The Elder Scrolls Online, NDA Lifted!

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#1 Posted by NeoGen85 (4173 posts) -

Source

So for those who have been in the weekend beta tests for the past year you can now discuss what you have seen, share screenshots, and even take video of ESO.

#2 Edited by Jankarcop (9538 posts) -

Its better than SWTOR, but worse than WoW. I'd say equal to GW2.

It easily has the best large scale pvp system atm. Honestly WvwVw is garbage in comparison. Cyodril is the true successor to daoc2.

Combat and the training(beginner) islands&quests could use some fine tuning.

#3 Edited by Boddicker (2745 posts) -

I think very few people will care. Just another Tolkien based MMORPG that adds absolutely nothing new the genre except the ES name.

I'll pass.

#4 Posted by NeoGen85 (4173 posts) -

@Boddicker said:

I think very few people will care. Just another Tolkien based MMORPG that adds absolutely nothing new the genre except the ES name.

I'll pass.

Considering how much the internet blew up last week, it is still one of the most anticipated games this year.

#5 Edited by Ish_basic (4019 posts) -

Glad they finally lifted it, because I have a lot of pent up impressions (this is me warning you about the length):

I really should try PvP one of these times, because I loved WvW. Eventually. I know I'll get hooked on that shit and these weekends are pretty short as it is.

Really been trying to mess around with different character builds to see just how flexible the skill system is....I'm one of those MMO players that likes to have a ton of characters, each with different play styles and I'm really digging the potential of ESO's character builds. You're drawing active skills from so many different places - class, weapon, armor, world, and guild, then you have the morph options on top of that. It's really satisfying running the kinds of characters you can't run in other games because of all the restrictions most MMOs have. But it also strikes a balance so that you do have to have a plan and you do need to invest wisely. The combat is also pure resource management, so you don't have cooldowns arbitrarily slowing down combat. It's more like a Force Unleashed scenario where your bars replenish quickly enough that if you plan your attacks wisely you can just continue to drop skills...It's a better balancing concept and it's more fun to play. They do need a run bar, though.

Exploration has been really great. I mean, most MMOs, there's zero reason to not just go from quest arrow to quest arrow, but this game has optional dungeons hidden through the landscape, many of which have their own quests and skyshards (3 of which gives you an extra skillpoint), randomized locked chest spawns, anchor events and treasure maps. There are also little radiant events, like say a trader being robbed on the road. In that sense, it's a very familiar experience for TES players, as there's just so many one-off opportunities outside of the major questlines. The way they've done the graphics, too...TES buildings were always very small and so cities tended to feel small. But I'm swimming off the coast of daggerfall, and I see this massive tower in the distance (in the direction of the stormhaven region) and instantly I just want to go there. Pretty much find myself looking up a lot in the game. Really curious to see the capitols in this game and if any of them can live up to Divinity's Reach (best RPG town ever)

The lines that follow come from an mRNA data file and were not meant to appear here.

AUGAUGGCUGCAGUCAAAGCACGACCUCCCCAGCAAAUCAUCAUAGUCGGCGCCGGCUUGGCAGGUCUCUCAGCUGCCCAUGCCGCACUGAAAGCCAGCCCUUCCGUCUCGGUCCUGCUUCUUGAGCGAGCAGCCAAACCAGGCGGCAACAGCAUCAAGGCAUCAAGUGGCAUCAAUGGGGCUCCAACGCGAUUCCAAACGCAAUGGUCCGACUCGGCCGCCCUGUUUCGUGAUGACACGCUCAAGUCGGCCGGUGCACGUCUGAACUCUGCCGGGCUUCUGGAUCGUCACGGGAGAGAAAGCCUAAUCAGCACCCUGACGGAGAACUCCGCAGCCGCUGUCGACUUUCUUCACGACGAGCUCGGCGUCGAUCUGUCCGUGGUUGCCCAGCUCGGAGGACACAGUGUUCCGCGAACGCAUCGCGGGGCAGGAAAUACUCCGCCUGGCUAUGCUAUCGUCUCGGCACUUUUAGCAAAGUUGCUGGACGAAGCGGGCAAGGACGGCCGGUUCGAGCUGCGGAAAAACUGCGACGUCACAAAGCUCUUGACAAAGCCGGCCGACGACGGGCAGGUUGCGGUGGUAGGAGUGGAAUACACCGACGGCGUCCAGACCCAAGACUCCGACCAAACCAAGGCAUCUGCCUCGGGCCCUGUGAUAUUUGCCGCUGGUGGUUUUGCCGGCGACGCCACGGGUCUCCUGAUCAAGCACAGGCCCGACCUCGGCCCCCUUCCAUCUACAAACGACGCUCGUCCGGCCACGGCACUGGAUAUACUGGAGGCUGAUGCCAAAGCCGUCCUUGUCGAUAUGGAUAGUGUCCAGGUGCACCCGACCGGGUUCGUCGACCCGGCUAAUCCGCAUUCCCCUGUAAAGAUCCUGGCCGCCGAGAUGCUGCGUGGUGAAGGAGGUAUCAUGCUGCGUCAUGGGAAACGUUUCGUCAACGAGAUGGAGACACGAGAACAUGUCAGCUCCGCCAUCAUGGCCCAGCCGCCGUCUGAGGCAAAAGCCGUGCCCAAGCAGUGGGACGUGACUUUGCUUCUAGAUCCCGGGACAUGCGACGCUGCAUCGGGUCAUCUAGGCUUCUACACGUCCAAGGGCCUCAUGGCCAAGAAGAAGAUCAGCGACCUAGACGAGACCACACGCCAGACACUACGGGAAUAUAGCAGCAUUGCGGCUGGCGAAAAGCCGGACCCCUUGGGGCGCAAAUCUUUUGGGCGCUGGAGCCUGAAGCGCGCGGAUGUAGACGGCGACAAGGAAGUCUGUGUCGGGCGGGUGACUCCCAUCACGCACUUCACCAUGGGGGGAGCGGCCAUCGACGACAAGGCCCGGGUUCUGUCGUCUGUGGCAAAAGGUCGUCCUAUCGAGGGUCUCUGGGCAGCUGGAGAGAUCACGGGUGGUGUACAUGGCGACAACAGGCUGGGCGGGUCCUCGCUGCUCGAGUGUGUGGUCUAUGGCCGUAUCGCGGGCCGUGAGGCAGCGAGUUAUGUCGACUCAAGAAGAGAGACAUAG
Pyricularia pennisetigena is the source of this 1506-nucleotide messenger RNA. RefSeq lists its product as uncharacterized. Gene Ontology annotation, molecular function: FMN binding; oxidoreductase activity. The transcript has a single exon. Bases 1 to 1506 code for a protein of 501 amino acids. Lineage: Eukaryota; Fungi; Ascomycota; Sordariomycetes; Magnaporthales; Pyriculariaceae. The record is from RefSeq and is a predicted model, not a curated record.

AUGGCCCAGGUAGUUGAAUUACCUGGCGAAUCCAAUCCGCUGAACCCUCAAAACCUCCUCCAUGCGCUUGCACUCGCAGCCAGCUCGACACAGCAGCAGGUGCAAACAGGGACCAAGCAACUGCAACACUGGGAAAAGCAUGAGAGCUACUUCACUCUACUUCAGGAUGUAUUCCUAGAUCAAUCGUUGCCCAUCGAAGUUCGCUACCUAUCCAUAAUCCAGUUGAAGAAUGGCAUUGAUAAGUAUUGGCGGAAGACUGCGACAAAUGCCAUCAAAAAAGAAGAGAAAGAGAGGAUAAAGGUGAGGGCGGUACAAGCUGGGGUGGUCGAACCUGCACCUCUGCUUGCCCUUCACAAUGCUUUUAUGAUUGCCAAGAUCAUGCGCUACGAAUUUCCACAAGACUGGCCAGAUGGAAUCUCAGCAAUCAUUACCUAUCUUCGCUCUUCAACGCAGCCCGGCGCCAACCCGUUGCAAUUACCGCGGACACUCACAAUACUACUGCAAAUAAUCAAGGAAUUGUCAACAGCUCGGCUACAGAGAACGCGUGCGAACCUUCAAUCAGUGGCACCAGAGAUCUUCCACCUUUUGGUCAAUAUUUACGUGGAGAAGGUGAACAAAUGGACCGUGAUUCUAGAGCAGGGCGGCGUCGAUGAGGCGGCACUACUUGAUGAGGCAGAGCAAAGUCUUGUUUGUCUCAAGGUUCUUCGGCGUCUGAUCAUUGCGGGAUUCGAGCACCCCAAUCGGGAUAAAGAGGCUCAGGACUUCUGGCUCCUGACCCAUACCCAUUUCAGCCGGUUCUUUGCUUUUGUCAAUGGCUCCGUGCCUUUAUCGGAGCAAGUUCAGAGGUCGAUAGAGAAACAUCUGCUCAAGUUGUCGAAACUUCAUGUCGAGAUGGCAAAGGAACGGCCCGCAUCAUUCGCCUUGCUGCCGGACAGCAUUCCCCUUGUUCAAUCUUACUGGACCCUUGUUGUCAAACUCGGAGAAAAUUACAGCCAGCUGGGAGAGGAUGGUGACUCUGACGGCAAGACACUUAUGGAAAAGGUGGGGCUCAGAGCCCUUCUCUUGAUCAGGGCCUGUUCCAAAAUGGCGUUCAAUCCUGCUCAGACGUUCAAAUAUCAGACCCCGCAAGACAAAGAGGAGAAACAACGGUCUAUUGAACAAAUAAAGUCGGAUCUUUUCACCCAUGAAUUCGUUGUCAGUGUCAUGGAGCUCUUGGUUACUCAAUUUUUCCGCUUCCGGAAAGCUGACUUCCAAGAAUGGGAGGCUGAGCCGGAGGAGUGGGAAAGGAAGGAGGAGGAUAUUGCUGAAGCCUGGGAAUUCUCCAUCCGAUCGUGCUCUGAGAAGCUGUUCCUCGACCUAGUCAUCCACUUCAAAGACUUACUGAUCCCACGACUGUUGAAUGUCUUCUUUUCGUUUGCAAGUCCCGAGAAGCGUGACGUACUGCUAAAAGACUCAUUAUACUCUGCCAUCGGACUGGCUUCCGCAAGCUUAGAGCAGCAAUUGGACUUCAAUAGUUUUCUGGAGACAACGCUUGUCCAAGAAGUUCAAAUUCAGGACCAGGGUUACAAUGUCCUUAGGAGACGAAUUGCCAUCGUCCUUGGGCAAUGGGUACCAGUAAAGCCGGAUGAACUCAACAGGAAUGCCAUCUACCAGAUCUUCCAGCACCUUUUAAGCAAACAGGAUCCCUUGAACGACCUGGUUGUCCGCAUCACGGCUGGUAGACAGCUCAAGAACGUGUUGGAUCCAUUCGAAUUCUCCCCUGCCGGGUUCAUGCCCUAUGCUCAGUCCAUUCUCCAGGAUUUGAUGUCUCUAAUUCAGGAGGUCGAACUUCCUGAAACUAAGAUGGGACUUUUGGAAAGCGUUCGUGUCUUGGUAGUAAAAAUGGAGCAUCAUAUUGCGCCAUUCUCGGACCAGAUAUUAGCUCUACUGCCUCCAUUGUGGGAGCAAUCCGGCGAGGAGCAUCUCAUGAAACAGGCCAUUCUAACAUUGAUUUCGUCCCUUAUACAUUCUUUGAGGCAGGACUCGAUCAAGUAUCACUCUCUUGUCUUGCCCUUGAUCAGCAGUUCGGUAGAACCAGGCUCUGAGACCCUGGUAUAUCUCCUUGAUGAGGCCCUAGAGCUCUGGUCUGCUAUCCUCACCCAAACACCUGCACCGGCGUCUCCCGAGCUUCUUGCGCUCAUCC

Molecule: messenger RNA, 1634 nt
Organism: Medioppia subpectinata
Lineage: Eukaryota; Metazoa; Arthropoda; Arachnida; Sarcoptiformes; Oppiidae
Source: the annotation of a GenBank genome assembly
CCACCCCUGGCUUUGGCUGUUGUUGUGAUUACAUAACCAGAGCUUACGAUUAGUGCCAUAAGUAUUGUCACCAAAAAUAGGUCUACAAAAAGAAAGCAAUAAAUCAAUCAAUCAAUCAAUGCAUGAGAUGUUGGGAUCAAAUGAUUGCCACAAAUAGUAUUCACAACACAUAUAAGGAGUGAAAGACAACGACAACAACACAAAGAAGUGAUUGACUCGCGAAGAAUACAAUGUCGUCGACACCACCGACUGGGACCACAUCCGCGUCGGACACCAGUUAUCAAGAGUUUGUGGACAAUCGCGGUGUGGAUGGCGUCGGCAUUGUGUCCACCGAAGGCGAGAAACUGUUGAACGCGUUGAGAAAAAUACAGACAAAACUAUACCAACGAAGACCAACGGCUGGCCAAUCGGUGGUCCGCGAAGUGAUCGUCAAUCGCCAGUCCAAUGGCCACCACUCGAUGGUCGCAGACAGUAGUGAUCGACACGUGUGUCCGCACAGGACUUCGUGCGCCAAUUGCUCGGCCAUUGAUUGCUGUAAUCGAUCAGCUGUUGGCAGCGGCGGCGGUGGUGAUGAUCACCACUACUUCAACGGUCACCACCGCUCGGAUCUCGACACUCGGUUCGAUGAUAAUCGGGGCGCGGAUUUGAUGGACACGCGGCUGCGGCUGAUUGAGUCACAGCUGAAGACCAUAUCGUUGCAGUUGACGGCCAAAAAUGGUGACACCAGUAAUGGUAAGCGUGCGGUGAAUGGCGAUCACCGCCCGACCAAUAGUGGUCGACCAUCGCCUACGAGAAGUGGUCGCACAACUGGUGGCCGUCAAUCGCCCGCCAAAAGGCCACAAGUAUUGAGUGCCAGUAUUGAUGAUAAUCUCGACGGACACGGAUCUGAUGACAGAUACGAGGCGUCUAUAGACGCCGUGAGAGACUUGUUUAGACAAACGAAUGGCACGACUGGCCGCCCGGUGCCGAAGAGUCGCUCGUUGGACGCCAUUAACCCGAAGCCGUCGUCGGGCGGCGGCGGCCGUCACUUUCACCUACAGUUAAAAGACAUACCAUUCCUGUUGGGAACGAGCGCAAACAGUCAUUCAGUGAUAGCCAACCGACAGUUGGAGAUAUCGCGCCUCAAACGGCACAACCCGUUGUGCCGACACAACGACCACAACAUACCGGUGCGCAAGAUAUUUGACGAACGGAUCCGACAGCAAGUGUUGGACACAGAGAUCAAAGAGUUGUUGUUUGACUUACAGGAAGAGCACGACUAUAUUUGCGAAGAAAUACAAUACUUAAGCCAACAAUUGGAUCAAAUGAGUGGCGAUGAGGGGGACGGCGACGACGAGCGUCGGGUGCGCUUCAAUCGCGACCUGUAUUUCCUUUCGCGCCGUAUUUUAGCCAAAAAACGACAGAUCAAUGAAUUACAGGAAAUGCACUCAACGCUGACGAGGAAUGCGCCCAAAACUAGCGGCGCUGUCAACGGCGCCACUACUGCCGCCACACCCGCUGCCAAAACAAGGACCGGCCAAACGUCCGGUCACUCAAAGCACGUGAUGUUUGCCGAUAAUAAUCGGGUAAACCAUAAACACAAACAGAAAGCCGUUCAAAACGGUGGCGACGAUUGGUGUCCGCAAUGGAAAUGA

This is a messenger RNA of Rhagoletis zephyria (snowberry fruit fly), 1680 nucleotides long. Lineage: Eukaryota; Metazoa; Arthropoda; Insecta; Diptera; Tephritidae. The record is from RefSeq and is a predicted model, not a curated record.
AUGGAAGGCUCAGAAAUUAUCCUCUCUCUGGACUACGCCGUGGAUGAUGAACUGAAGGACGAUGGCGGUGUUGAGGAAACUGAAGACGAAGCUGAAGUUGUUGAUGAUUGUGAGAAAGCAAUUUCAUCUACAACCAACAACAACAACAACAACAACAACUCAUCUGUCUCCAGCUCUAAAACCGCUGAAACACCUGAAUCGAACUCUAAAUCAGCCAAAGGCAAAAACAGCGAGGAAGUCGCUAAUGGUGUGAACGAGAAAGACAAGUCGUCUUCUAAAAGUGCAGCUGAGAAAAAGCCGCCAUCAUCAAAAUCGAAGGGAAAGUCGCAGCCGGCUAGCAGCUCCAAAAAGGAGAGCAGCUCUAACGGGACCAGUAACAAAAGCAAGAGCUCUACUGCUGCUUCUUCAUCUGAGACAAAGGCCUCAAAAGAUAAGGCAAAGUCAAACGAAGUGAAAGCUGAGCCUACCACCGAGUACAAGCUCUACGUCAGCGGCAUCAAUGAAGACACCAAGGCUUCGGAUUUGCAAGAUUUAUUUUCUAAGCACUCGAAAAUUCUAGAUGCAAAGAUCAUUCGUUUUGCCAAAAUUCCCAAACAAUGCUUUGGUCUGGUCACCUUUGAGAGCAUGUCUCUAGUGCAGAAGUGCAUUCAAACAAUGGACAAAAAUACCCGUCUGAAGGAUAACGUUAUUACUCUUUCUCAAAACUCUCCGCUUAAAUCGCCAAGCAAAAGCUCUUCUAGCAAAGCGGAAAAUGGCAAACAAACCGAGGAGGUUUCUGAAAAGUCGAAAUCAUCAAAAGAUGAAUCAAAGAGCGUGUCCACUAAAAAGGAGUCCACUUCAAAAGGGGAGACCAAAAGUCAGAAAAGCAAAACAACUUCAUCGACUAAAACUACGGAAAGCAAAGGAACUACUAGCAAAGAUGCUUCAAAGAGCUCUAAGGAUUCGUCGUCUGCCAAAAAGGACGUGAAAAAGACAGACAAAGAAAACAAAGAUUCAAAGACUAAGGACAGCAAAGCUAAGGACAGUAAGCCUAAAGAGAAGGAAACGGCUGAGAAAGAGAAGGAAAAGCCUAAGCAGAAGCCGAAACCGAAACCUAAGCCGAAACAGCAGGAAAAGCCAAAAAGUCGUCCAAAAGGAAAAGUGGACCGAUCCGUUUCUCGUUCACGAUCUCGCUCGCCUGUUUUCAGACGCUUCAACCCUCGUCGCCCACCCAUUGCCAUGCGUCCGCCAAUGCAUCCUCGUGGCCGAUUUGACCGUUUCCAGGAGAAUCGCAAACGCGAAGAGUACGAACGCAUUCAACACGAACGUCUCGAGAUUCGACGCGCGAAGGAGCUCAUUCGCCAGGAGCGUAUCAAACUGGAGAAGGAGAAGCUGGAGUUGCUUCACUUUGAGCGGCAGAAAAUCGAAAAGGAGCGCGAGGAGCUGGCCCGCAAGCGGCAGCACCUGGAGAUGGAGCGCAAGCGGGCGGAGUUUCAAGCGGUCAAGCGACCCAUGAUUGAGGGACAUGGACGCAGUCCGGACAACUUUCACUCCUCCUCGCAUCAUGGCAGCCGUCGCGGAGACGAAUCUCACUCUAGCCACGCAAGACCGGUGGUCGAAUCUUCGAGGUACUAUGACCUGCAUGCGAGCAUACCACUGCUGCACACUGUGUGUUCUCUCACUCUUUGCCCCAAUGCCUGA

It's a very traditional MMo structure in a lot of ways, but what I really appreciated was the way they tried to incorporate all the subquests into a local area storyline, so that you'll see an icon on the map, unfilled, and it will usually say something about what's going on in that area when you mouse over it. When you go to that region, there will be all these quests related to what's happening there and they will all build towards a conclusion. A lot of times this conclusion will come with choices along the way and in a few cases the final choice will actually affect quests deeper in the region (slightly) and/or actually transform the local area into a different phase. This quest structure just made me more invested in the game world and was just so much better than the typical MMO subquest structure of "go here and kill/collect x amount of y, because I said so." It's not quite the living world GW2 is, but I think it's the same concept applied to static questing and I thought it worked well.

MMOs are hard to evaluate without spending significant time with them...I mean, I've had some where it took me about a month to figure out I didn't like it (because you do have to be patient with these games). It's hard to say what I will ultimately think of this game without seeing the total progression across 50 levels, what there is to do after (though I've heard you can go into the other faction areas and complete their quest lines)...but that last beta I was in for a big MMO was GW2 and I knew in the beta, even while I was still having fun, that I was gonna get bored within a couple months and I also knew why I would. I haven't had the same sort of reservations with ESO, so I'm hoping that's a pretty good sign. In the end, I don't think anything will sell or maintain like WoW or EQ before it, again...not with this MMO model. But I can see myself having a lot of fun with this.